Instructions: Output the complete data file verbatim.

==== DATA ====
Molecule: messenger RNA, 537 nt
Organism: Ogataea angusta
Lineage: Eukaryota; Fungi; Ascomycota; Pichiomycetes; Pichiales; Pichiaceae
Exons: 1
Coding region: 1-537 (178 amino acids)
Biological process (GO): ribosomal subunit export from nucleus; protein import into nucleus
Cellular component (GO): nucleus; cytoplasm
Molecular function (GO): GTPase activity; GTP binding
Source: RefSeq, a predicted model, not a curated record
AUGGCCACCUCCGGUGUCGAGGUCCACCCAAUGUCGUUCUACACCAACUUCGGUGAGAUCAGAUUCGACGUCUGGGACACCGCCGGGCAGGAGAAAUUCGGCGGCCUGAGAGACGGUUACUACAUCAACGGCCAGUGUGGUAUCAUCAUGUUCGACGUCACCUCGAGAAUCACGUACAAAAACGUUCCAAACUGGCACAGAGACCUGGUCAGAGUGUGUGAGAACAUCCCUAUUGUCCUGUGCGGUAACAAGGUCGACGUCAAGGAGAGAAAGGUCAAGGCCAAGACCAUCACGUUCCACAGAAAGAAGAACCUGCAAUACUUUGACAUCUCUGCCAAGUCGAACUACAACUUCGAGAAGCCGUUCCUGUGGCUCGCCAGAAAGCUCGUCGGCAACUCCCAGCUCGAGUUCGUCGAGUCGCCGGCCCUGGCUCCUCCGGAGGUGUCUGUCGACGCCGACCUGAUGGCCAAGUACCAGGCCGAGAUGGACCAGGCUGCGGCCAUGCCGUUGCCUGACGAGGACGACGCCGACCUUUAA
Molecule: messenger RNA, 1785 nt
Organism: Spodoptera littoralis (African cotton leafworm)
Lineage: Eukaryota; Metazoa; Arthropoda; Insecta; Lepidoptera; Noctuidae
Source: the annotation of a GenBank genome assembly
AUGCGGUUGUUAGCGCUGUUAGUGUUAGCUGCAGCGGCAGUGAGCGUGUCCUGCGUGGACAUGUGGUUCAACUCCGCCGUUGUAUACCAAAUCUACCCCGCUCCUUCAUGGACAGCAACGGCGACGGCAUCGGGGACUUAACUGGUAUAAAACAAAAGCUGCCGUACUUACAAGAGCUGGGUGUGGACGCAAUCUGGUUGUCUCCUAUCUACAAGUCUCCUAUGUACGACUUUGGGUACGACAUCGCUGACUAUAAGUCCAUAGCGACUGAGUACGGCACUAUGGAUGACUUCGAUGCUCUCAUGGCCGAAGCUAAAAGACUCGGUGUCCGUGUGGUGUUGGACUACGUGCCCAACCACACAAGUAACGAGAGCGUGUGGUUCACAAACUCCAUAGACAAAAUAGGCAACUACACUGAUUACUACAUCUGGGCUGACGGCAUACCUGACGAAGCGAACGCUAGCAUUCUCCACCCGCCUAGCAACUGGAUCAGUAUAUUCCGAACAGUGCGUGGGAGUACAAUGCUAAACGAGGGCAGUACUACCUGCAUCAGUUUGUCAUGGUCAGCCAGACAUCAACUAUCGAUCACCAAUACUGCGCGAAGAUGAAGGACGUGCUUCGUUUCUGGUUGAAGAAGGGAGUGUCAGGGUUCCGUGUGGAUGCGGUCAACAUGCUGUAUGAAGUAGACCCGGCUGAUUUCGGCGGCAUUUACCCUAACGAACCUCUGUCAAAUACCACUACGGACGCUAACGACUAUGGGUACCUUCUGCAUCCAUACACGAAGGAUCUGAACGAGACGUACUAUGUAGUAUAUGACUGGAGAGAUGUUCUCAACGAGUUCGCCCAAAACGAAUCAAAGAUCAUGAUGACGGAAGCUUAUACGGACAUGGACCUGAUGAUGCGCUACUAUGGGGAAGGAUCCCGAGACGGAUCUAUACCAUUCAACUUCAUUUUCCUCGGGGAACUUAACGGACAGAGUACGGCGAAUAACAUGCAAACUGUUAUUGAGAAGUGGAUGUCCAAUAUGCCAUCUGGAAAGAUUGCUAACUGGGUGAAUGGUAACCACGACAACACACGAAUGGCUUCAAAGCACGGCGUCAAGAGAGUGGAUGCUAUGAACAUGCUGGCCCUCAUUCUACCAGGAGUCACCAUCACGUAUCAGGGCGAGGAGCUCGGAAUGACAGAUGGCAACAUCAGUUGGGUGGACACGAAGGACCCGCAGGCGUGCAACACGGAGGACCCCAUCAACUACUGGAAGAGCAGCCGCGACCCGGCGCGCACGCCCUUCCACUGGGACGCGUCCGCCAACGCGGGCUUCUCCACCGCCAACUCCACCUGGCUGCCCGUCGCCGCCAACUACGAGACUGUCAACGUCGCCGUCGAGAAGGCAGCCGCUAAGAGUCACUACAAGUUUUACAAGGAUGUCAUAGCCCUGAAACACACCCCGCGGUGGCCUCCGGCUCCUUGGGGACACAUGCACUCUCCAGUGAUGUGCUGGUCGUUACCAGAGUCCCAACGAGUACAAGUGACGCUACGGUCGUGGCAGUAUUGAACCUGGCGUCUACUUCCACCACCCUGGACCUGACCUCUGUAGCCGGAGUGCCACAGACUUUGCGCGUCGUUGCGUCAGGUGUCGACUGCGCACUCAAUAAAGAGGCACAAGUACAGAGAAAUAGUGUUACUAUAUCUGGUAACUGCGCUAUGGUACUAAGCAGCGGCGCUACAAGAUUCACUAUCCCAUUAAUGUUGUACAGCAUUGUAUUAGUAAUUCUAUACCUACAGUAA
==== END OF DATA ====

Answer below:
Molecule: messenger RNA, 537 nt
Organism: Ogataea angusta
Lineage: Eukaryota; Fungi; Ascomycota; Pichiomycetes; Pichiales; Pichiaceae
Exons: 1
Coding region: 1-537 (178 amino acids)
Biological process (GO): ribosomal subunit export from nucleus; protein import into nucleus
Cellular component (GO): nucleus; cytoplasm
Molecular function (GO): GTPase activity; GTP binding
Source: RefSeq, a predicted model, not a curated record
AUGGCCACCUCCGGUGUCGAGGUCCACCCAAUGUCGUUCUACACCAACUUCGGUGAGAUCAGAUUCGACGUCUGGGACACCGCCGGGCAGGAGAAAUUCGGCGGCCUGAGAGACGGUUACUACAUCAACGGCCAGUGUGGUAUCAUCAUGUUCGACGUCACCUCGAGAAUCACGUACAAAAACGUUCCAAACUGGCACAGAGACCUGGUCAGAGUGUGUGAGAACAUCCCUAUUGUCCUGUGCGGUAACAAGGUCGACGUCAAGGAGAGAAAGGUCAAGGCCAAGACCAUCACGUUCCACAGAAAGAAGAACCUGCAAUACUUUGACAUCUCUGCCAAGUCGAACUACAACUUCGAGAAGCCGUUCCUGUGGCUCGCCAGAAAGCUCGUCGGCAACUCCCAGCUCGAGUUCGUCGAGUCGCCGGCCCUGGCUCCUCCGGAGGUGUCUGUCGACGCCGACCUGAUGGCCAAGUACCAGGCCGAGAUGGACCAGGCUGCGGCCAUGCCGUUGCCUGACGAGGACGACGCCGACCUUUAA
Molecule: messenger RNA, 1785 nt
Organism: Spodoptera littoralis (African cotton leafworm)
Lineage: Eukaryota; Metazoa; Arthropoda; Insecta; Lepidoptera; Noctuidae
Source: the annotation of a GenBank genome assembly
AUGCGGUUGUUAGCGCUGUUAGUGUUAGCUGCAGCGGCAGUGAGCGUGUCCUGCGUGGACAUGUGGUUCAACUCCGCCGUUGUAUACCAAAUCUACCCCGCUCCUUCAUGGACAGCAACGGCGACGGCAUCGGGGACUUAACUGGUAUAAAACAAAAGCUGCCGUACUUACAAGAGCUGGGUGUGGACGCAAUCUGGUUGUCUCCUAUCUACAAGUCUCCUAUGUACGACUUUGGGUACGACAUCGCUGACUAUAAGUCCAUAGCGACUGAGUACGGCACUAUGGAUGACUUCGAUGCUCUCAUGGCCGAAGCUAAAAGACUCGGUGUCCGUGUGGUGUUGGACUACGUGCCCAACCACACAAGUAACGAGAGCGUGUGGUUCACAAACUCCAUAGACAAAAUAGGCAACUACACUGAUUACUACAUCUGGGCUGACGGCAUACCUGACGAAGCGAACGCUAGCAUUCUCCACCCGCCUAGCAACUGGAUCAGUAUAUUCCGAACAGUGCGUGGGAGUACAAUGCUAAACGAGGGCAGUACUACCUGCAUCAGUUUGUCAUGGUCAGCCAGACAUCAACUAUCGAUCACCAAUACUGCGCGAAGAUGAAGGACGUGCUUCGUUUCUGGUUGAAGAAGGGAGUGUCAGGGUUCCGUGUGGAUGCGGUCAACAUGCUGUAUGAAGUAGACCCGGCUGAUUUCGGCGGCAUUUACCCUAACGAACCUCUGUCAAAUACCACUACGGACGCUAACGACUAUGGGUACCUUCUGCAUCCAUACACGAAGGAUCUGAACGAGACGUACUAUGUAGUAUAUGACUGGAGAGAUGUUCUCAACGAGUUCGCCCAAAACGAAUCAAAGAUCAUGAUGACGGAAGCUUAUACGGACAUGGACCUGAUGAUGCGCUACUAUGGGGAAGGAUCCCGAGACGGAUCUAUACCAUUCAACUUCAUUUUCCUCGGGGAACUUAACGGACAGAGUACGGCGAAUAACAUGCAAACUGUUAUUGAGAAGUGGAUGUCCAAUAUGCCAUCUGGAAAGAUUGCUAACUGGGUGAAUGGUAACCACGACAACACACGAAUGGCUUCAAAGCACGGCGUCAAGAGAGUGGAUGCUAUGAACAUGCUGGCCCUCAUUCUACCAGGAGUCACCAUCACGUAUCAGGGCGAGGAGCUCGGAAUGACAGAUGGCAACAUCAGUUGGGUGGACACGAAGGACCCGCAGGCGUGCAACACGGAGGACCCCAUCAACUACUGGAAGAGCAGCCGCGACCCGGCGCGCACGCCCUUCCACUGGGACGCGUCCGCCAACGCGGGCUUCUCCACCGCCAACUCCACCUGGCUGCCCGUCGCCGCCAACUACGAGACUGUCAACGUCGCCGUCGAGAAGGCAGCCGCUAAGAGUCACUACAAGUUUUACAAGGAUGUCAUAGCCCUGAAACACACCCCGCGGUGGCCUCCGGCUCCUUGGGGACACAUGCACUCUCCAGUGAUGUGCUGGUCGUUACCAGAGUCCCAACGAGUACAAGUGACGCUACGGUCGUGGCAGUAUUGAACCUGGCGUCUACUUCCACCACCCUGGACCUGACCUCUGUAGCCGGAGUGCCACAGACUUUGCGCGUCGUUGCGUCAGGUGUCGACUGCGCACUCAAUAAAGAGGCACAAGUACAGAGAAAUAGUGUUACUAUAUCUGGUAACUGCGCUAUGGUACUAAGCAGCGGCGCUACAAGAUUCACUAUCCCAUUAAUGUUGUACAGCAUUGUAUUAGUAAUUCUAUACCUACAGUAA